Anna Grossnickle Hines                                                                            Home    Guide
About Quilting....

Piece: to sew small pieces or patches of fabric together to make a larger piece. Usually done in a decorative pattern or design.   Traditional quilts are usually made from shapes cut and sewn in repeated geometric patterns.

Strip piecing: in this technique the design is created in strips. Each strip is sewn together and then joined to the other strips to make the design.  The "In March" and "Just When I Thought" illustrations were done using strip piecing on a diagonal. "Do You Know Green?" was strip pieced vertically.  Each of the designs made of squares, was also put together by sewing the squares into strips.

Paper piecing:  this is a technique quilters use to help make accurate seams when putting together designs with small pieces.  The design is drawn on paper.  The first piece of fabric is placed right side up on the back of the paper. The second fabric is placed right sides together with the first fabric. A seam is sewn following the line on the paper.  The second fabric is folded back, trimmed, and then the third fabric is placed right sides together on the previous fabrics.  The second seam is sewn, folded open, and so on.  The design has to be created so that each seam is a straight line, and the pieces must be put together in a specific order.  For complex designs several parts may be assembled and then sewn together.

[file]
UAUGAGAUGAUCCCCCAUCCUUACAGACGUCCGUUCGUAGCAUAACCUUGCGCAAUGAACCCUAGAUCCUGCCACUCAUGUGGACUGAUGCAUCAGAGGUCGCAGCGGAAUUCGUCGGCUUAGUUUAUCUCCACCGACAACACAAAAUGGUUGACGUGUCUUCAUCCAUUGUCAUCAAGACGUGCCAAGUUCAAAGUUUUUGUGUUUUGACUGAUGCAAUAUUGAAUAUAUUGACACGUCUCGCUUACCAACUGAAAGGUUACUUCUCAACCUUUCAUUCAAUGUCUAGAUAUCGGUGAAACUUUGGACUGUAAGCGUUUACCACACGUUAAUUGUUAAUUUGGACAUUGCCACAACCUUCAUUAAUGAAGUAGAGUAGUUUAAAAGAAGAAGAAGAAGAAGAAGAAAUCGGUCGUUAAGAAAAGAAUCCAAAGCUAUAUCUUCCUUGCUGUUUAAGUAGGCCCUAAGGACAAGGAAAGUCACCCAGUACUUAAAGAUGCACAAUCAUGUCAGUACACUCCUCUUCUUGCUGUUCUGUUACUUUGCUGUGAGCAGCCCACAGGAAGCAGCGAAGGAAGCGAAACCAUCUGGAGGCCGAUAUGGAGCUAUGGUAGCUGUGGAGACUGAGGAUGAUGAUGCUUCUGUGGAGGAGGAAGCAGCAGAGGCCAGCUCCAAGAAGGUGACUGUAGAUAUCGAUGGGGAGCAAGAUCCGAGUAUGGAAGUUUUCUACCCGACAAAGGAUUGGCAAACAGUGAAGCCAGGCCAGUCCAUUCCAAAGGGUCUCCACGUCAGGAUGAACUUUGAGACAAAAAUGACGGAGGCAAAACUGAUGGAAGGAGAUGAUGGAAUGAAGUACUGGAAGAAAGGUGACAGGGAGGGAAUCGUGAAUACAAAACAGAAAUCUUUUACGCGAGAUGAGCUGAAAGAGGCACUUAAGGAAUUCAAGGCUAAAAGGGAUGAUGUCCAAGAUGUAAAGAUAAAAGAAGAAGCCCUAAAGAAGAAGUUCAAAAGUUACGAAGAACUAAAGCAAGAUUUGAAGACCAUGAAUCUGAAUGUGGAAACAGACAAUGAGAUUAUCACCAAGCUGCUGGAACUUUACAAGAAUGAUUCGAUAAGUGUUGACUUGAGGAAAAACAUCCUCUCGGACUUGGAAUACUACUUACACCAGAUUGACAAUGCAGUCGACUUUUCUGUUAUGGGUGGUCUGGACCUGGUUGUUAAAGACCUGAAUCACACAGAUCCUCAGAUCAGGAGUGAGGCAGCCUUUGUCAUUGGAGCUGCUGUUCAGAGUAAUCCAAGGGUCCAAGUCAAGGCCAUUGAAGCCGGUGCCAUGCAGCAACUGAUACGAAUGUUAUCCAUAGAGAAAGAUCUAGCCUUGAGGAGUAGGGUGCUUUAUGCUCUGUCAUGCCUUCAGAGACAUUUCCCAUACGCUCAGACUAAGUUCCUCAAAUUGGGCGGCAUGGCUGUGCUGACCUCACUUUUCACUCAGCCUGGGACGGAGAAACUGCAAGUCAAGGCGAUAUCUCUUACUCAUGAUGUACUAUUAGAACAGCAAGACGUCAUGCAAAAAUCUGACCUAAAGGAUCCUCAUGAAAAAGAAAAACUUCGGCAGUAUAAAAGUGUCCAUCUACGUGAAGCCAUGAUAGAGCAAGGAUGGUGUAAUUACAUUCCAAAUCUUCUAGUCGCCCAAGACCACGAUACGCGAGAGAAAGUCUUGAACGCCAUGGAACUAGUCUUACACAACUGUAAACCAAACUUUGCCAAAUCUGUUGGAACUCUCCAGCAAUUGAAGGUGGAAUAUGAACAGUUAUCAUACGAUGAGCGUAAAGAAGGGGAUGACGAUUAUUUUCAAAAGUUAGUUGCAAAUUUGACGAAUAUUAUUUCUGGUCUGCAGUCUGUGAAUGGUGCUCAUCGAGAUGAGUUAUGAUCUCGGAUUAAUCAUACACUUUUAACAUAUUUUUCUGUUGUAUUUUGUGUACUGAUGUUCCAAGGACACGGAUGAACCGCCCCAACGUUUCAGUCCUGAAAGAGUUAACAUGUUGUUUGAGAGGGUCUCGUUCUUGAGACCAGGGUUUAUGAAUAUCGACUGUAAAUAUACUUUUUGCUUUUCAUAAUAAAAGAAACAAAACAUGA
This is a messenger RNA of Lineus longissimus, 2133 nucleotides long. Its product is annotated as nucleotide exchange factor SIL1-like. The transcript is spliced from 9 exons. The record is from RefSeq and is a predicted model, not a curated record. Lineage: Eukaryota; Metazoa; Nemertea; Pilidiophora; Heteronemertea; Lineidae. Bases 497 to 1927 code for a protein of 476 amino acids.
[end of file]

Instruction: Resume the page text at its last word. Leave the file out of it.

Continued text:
The snowman, bird, pumpkin and butterfly in the "Pieces" quilt were done this way and then sewn into the pattern of half-square triangles.  The cows in "Noontime" were also done this way.   "Ballet", "Winter Sunshine" and "Magic Show" were done completely with paper piecing, as was "Good Heavens", which was paper pieced in strips. When the top is all sewn the paper is torn off the back.
     This technique is also called "foundation piecing" or "flip-and-sew" and can be done using such materials as light weight muslin or used fabric softener sheets from the dryer rather than paper. For more detailed instructions on how this is done see the How To Section of the World Wide Quilting Page

Colorwash or watercolor piecing:  this is a popular technique in which pieces of fabric, usually squares, are cut from many different prints and arranged in such a way that the color and values change from one part of the quilt to another to create the design.  This is the technique used in the background for "Pieces", "Good Heavens", the winter tree pair, the floral pages and all three quilts about autumn leaves.  The landscape for "Noontime" and "Rock and Roll" was also done using the color wash method.  It was the beauty of watercolor quilts that first attracted me to quilting as a method of illustrating my poems.

Patchwork:  another name for piecing.

Appliqué: to sew small pieces of cut fabric onto a larger piece in a decorative design.  The illustration for "Take Out" is appliquéd.  The pair of summer flower illustrations are first pieced, then I appliquéd hummingbirds and flowers cut from printed fabrics on top of the pieced squares.  The winter tree branches for the "Silhouettes" and "Shadows" illustrations were also appliquéd over pieced squares.

Quilt: to sew layers of fabric together in stitched lines or patterns, usually with a layer of padding between. Quilting can be done by hand or machine.  Quilt tops can be whole cloth, pieced, or appliquéd.  A bed covering or other decorative article made in this way is called a quilt.